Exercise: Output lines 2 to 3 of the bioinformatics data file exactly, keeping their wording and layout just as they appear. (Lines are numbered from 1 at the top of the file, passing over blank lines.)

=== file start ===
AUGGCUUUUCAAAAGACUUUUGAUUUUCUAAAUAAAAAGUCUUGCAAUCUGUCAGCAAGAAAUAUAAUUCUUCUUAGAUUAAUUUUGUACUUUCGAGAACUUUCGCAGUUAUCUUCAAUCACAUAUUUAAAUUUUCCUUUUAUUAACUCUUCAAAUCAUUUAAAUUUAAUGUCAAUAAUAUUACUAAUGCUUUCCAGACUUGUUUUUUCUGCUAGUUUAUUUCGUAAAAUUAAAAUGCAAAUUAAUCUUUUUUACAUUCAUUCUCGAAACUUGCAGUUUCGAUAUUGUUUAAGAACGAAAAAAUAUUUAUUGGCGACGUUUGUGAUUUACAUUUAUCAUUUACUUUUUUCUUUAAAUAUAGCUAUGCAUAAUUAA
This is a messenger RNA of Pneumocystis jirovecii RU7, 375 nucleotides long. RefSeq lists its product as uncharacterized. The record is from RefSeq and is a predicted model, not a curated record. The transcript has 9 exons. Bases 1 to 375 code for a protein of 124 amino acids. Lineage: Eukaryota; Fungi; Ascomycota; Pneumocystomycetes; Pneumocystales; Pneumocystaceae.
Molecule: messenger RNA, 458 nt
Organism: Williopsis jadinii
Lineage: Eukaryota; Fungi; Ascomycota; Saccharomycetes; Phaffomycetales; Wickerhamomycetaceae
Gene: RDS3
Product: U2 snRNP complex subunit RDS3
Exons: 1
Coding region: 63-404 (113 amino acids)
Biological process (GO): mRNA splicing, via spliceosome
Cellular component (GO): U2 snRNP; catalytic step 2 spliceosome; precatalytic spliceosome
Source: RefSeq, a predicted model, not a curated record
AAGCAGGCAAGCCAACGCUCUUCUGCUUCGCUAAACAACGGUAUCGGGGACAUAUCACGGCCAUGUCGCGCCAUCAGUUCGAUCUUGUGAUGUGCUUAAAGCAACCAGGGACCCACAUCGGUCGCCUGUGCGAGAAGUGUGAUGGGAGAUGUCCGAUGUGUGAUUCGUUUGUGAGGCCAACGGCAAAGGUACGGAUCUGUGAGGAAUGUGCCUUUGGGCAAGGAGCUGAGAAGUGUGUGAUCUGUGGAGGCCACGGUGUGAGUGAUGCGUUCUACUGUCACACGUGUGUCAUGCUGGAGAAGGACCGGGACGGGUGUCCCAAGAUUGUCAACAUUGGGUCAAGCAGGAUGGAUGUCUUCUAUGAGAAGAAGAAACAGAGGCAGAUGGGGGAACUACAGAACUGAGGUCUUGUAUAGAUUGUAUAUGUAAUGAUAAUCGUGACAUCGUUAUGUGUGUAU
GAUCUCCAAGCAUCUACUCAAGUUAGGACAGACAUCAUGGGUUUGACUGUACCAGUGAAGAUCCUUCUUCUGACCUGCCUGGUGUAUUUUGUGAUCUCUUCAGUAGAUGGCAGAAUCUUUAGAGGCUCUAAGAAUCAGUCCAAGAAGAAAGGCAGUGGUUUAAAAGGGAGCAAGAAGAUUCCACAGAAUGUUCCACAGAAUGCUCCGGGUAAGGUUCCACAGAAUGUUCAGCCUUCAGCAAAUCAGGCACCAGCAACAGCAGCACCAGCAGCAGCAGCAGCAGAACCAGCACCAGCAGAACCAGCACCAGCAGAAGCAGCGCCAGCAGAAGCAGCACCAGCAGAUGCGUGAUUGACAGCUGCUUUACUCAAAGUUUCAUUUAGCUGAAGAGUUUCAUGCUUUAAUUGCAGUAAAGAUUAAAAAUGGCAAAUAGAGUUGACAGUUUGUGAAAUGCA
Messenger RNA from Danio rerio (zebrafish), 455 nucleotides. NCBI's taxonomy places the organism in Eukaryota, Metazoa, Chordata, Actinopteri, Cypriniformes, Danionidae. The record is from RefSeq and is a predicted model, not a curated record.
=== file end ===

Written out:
This is a messenger RNA of Pneumocystis jirovecii RU7, 375 nucleotides long. RefSeq lists its product as uncharacterized. The record is from RefSeq and is a predicted model, not a curated record. The transcript has 9 exons. Bases 1 to 375 code for a protein of 124 amino acids. Lineage: Eukaryota; Fungi; Ascomycota; Pneumocystomycetes; Pneumocystales; Pneumocystaceae.
Molecule: messenger RNA, 458 nt